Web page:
Featuring catchy hooks spawned from some of the more magnificent songwriting that I have heard this year, Jon Lindsay delivers a powerful yet funky ode to originality with his new single ‘Zebulon’, from the album of the same name, dropping it tomorrow as an early Christmas present to the best of audiophiles everywhere.
About Jon Lindsay
‘Zebulon’ happens to artfully tackle systemic bigotry—from the bigot’s point of view, no less. A sonic departure from Lindsay’s 2016 modern pop/rock opus ‘Cities and Schools’ (via File 13 Records), Lindsay describes the “Zebulon” sound as “sort of this psychedelic gospel pop”. While the vibe is indeed reminiscent of late-era George Harrison and Warren Zevon, and the horns, keys, congas and infectious hooks are in step with pop masters of the 1980s like Steve Winwood, something entirely new is happening here.
Lindsay (self-described as “way, way left”) wrote the song based on a true story. One night last summer, he accidentally wound up in rural North Carolina, playing music on a farm at the going away party for a farmer’s daughter, who was heading off to a northern college in the fall. Lindsay knew very little about the situation heading into the evening, but there was a lot of narrow-minded languages and odd ideas voiced that night, much of it by the farmer himself. Some of this is echoed in the song.
“I didn’t want to just skewer a guy like this with some preachy, easy tune,” explains Jon Lindsay, “I wanted to put a more three-dimensional character sketch together that got at the undercurrents of why this person felt like his whole world was getting away from him. Maybe it would help me understand how these things happen? I just tried to imagine how somebody could turn out so hateful and seemingly not realize it even a little bit.”
Having recently relocated to Brooklyn, Jon Lindsay is an experimental rock/pop artist and producer originally from North Carolina, where his musical roots run deep. He got start his start on the national stage as the keyboardist and backing vocalist for Charlotte’s Benji Hughes (Merge Records), and independently released his first solo EP (the finely-crafted, lo-fi and literary ‘Magic Winter & The Dirty South’) in 2009. Label and publishing deals quickly followed with Chocolate Lab Records and North Star Media, and Lindsay went on to drop the critically-acclaimed 2010 debut LP ‘Escape From Plaza-Midwood’, supported with extensive full-band tours of the USA.
Since then, Lindsay has thrived as a solo artist, touring internationally and releasing powerhouse LPs ‘Summer Wilderness Program’ (2012) and ‘Cities and Schools’ (2016), two more EPs and an assortment of singles. Many of these feature major collaborators like Grammy award winner Rhiannon Giddens. Lindsay’s catalog reveals much genre-bending exploration, with the constant glue being Lindsay’s instantly recognizable vocal style, textured yet focused production, and often wry songwriting, ranging from intensely personal confession to multiple character portraits plucked from the American berserk.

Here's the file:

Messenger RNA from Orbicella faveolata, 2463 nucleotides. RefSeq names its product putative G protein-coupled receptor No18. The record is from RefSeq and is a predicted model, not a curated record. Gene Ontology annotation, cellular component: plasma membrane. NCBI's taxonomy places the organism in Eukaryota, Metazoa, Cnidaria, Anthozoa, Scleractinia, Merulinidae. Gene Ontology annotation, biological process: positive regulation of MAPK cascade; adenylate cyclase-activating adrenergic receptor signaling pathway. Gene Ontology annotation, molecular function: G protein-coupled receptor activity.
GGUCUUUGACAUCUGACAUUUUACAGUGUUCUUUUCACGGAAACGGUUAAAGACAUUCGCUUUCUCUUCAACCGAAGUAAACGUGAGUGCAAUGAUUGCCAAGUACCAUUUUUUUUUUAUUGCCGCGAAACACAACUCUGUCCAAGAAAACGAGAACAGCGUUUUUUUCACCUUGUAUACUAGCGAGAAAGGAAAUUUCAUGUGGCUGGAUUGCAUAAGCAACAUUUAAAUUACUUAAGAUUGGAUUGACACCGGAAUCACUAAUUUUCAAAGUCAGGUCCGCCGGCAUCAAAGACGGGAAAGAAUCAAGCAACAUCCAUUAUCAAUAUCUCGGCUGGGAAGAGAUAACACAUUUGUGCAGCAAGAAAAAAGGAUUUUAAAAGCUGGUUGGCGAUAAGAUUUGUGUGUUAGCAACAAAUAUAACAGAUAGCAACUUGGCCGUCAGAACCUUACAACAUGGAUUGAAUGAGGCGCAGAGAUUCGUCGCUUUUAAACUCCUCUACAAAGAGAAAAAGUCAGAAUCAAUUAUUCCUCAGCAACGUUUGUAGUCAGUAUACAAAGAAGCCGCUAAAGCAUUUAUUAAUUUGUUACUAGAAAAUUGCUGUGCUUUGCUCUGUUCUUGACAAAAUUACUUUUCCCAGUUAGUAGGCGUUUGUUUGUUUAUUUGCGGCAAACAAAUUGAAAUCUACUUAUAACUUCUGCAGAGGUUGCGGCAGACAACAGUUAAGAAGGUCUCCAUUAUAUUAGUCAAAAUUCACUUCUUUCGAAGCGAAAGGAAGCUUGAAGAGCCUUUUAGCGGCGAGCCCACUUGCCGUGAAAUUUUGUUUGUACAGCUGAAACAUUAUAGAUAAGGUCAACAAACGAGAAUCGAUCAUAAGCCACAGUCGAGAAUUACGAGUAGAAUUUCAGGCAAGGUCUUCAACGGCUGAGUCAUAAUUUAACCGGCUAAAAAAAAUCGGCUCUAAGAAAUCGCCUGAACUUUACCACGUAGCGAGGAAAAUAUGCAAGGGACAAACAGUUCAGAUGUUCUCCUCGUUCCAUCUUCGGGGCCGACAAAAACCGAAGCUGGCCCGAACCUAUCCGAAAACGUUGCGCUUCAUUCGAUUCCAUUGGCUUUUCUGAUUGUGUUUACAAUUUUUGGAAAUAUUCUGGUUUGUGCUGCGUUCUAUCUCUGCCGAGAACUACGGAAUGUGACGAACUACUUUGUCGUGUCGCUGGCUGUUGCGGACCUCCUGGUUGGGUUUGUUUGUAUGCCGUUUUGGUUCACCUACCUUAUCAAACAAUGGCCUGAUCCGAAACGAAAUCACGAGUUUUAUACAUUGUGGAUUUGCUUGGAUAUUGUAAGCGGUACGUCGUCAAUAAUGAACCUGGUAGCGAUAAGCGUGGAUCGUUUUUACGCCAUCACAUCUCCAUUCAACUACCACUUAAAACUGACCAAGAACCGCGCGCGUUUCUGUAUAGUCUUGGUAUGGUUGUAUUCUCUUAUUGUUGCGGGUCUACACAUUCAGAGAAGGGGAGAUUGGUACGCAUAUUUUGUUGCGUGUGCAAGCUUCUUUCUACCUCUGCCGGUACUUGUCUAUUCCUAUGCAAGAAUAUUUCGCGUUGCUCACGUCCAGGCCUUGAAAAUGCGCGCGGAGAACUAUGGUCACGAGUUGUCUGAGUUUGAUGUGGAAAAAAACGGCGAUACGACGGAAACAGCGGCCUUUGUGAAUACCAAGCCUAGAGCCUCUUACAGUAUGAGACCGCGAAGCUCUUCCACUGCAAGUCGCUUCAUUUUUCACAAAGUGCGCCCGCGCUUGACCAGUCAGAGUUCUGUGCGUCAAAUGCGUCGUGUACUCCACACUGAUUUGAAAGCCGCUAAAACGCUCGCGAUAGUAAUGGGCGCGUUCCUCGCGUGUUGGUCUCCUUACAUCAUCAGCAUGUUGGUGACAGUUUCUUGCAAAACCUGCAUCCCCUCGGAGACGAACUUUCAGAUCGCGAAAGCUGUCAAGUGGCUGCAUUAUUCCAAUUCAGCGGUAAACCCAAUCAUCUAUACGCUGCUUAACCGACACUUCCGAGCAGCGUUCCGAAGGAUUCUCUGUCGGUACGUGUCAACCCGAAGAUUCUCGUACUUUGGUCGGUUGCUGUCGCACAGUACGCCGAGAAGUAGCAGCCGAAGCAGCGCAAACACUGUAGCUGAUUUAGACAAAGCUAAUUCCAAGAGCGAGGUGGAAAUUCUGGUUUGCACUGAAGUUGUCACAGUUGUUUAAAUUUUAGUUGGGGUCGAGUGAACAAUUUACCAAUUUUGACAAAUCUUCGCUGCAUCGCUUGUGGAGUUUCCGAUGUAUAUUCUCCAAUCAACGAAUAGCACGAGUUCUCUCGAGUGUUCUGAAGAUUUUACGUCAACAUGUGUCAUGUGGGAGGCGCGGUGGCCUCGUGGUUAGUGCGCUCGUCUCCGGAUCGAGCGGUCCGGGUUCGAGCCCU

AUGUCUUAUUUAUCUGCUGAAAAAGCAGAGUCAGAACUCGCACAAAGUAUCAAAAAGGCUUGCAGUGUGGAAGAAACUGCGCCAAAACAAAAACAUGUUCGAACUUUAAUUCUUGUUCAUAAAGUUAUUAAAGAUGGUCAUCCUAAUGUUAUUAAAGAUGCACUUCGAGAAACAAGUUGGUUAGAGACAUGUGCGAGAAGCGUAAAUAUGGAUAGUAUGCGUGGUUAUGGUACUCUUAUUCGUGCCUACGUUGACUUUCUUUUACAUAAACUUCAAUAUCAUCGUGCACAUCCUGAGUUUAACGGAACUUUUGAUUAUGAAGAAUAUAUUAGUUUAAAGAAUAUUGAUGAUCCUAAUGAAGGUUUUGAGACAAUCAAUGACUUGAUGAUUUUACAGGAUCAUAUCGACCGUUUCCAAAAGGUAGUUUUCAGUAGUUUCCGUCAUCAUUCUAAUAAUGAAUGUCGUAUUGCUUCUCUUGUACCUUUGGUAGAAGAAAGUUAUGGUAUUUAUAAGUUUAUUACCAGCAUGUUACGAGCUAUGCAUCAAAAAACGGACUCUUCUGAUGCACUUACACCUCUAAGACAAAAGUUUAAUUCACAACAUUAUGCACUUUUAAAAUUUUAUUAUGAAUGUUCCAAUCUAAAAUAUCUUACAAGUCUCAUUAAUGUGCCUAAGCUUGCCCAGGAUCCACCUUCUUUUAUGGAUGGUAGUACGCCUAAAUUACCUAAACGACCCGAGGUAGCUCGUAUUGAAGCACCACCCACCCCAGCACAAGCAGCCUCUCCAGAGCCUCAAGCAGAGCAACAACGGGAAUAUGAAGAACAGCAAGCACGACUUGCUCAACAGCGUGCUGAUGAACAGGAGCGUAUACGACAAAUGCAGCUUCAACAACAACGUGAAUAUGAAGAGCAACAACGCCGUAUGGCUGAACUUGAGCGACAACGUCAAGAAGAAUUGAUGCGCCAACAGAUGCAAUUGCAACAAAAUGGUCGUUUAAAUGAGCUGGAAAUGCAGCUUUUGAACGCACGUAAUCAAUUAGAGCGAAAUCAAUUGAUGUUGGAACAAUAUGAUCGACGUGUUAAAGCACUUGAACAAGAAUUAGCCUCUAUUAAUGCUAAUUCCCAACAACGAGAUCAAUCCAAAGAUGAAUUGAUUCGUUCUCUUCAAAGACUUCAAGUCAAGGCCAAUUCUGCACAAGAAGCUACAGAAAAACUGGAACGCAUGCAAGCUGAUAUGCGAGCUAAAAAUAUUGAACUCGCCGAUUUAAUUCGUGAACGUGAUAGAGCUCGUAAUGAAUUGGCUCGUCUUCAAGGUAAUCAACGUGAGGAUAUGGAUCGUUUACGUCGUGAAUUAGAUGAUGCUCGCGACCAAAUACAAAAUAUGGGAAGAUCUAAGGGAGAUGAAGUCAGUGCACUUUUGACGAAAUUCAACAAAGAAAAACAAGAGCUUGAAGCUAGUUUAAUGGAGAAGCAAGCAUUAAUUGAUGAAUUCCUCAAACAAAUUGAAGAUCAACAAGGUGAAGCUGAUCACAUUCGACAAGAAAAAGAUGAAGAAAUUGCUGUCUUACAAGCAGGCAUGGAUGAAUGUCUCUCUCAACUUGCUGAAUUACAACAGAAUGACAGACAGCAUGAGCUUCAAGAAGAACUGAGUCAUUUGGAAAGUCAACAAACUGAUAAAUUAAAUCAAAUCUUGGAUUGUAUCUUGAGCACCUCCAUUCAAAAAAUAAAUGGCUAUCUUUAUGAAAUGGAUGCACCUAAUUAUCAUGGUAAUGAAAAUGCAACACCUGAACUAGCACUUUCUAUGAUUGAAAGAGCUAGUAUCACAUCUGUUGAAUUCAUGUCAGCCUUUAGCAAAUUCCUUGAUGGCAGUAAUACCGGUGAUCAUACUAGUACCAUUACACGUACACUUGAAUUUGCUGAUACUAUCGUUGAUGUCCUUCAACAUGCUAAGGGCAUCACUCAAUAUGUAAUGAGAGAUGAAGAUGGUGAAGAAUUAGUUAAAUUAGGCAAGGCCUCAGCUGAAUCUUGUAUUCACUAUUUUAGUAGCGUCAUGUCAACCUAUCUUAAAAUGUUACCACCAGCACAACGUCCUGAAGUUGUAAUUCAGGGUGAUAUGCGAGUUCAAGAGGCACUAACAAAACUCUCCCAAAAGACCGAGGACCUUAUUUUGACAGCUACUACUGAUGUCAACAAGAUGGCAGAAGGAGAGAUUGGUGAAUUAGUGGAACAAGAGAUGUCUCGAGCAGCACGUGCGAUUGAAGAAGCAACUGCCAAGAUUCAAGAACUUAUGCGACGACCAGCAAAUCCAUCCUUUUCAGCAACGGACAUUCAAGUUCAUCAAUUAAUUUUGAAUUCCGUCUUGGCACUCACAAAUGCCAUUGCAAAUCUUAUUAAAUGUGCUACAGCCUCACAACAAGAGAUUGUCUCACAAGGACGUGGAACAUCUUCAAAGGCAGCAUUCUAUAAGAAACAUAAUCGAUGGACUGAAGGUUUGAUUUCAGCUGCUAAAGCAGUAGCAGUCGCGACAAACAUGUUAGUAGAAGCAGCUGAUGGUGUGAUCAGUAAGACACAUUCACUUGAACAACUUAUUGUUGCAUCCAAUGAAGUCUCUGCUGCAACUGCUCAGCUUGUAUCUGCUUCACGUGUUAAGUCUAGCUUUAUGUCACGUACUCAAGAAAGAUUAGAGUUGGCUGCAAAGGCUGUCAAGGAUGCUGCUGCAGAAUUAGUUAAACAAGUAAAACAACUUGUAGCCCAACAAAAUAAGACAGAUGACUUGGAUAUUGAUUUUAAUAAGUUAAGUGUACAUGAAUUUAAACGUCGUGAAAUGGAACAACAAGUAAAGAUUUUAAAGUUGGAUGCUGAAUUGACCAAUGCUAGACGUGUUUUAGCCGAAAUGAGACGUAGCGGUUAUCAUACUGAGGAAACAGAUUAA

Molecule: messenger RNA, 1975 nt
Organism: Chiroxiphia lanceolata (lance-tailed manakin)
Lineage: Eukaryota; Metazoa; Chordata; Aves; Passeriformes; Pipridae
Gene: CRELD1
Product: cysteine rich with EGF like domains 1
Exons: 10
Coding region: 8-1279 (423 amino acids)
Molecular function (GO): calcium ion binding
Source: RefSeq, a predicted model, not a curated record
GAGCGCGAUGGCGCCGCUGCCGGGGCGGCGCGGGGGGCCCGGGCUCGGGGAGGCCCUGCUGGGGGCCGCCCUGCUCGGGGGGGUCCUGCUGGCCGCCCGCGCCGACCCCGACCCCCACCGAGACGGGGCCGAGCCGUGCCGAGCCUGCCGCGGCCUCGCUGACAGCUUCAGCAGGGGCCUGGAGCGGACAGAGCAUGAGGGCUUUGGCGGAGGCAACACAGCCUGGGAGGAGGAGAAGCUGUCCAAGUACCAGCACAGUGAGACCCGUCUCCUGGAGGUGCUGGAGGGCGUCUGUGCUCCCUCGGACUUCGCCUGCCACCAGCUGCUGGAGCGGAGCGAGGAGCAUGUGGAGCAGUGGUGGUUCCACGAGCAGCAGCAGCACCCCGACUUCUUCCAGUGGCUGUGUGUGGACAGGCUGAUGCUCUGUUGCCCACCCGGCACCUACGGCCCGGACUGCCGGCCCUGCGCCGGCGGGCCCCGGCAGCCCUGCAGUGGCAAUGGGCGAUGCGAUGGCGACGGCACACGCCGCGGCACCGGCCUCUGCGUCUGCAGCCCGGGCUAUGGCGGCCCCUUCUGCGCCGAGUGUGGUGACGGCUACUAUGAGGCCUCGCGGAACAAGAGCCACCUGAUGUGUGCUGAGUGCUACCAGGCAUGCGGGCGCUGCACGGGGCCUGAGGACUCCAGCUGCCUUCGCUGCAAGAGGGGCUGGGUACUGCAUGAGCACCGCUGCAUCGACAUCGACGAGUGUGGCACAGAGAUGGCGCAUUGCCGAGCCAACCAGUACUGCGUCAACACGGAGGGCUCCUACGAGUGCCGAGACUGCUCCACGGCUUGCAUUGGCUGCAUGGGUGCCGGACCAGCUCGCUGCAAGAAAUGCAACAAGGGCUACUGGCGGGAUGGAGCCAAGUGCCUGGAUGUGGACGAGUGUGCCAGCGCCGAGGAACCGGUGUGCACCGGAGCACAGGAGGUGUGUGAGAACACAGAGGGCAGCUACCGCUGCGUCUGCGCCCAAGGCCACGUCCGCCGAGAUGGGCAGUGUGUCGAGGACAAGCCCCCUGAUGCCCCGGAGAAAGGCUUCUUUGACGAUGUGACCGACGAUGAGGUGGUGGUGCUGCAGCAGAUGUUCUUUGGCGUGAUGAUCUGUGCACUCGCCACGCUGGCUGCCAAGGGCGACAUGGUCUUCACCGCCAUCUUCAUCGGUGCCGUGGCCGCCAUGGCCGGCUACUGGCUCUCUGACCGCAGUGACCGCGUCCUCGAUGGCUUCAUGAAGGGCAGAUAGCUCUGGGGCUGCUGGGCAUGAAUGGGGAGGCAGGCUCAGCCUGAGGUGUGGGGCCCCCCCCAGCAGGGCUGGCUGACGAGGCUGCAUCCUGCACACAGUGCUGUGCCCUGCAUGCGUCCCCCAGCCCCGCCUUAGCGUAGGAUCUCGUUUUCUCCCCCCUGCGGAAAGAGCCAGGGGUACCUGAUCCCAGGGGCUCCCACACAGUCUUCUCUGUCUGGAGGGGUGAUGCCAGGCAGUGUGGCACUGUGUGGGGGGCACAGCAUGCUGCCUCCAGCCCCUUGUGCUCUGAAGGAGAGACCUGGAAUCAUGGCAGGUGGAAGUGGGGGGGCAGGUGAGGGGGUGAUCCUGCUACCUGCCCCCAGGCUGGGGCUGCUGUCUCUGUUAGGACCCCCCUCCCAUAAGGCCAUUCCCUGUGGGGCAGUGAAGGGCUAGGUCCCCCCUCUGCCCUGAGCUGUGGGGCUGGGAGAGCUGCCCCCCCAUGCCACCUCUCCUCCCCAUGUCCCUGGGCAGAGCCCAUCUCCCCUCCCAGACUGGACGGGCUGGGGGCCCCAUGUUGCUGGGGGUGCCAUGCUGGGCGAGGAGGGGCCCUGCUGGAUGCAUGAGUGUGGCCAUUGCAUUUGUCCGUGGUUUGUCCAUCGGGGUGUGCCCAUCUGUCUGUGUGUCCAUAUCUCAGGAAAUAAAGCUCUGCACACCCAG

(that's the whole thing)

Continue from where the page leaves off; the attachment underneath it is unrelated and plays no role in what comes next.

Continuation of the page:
Spanish brownstone with chairs of leather and Spanish waves to roll along @ Old San Juan instagram.com/p/Cn9TpDnOoZv/…
Paste Magazine probably nailed it best, referring to “Lindsay’s trademark, almost paradoxical combination of energy and melancholy” while praising ‘Cities and Schools’ as “one of the gems of 2016”. Sync licensing also found this music featured on TV shows like “Haven” and “Jane by Design” and national broadcast campaigns for Jeep, Sheetz and other brands. In 2013, he co-founded (with Caitlin Cary of Whiskeytown) the NC Music Love Army—a large collective of progressive artists creating ‘protest music’. Apart from writing these songs, he served as producer and music director. The Love Army’s roster included Chris Stamey, Hiss Golden Messenger, American Aquarium, Chatham County Line, The Love Language, as well as members of the Black Crowes, The Mountain Goats, and Carolina Chocolate Drops. In all, they put out 13 politically-charged original releases on their own label. In 2017, the Love Army’s song ‘We Rise’ was licensed for the film ‘The Rape of Recy Taylor’, for which Martin Scorsese was the executive producer.
Slated for worldwide release on December 22, this track features a ridiculously funky horn arrangement from Matt Douglas of The Mountain Goats and drums by John Howie Junior.
‘Zebulon’ will be released via all the standard online stores and streaming platforms, and also can be pre-ordered via Jon Lindsay’s Bandcamp. His 2018 plans are also rounding out with a tour schedule that kicks off February 10 at Cat’s Cradle in Chapel Hill, NC and an expected album release later in 2018.
“One of Charlotte’s premiere musical poets… One of the best to come out of the southeast over the course of the decade”
– Performer Magazine
“A gripping song that cleverly challenges systemic bigotry with a believable vocal, great hooks, infectious refrain and excellent production”
– The Spill Magazine
“Smart, empathetic and endlessly interesting”
– Paste Magazine
“PowerPop at its finest”
– Consequence of Sound
“Killer hooks and a palpable sense of nostalgia for summers past”
– Magnet Magazine
“Comes as close as any release in recent memory to rendering what it means to be alive”
– Shuffle Magazine
“Sugar rush… Catchy to the extreme”
– Indy Week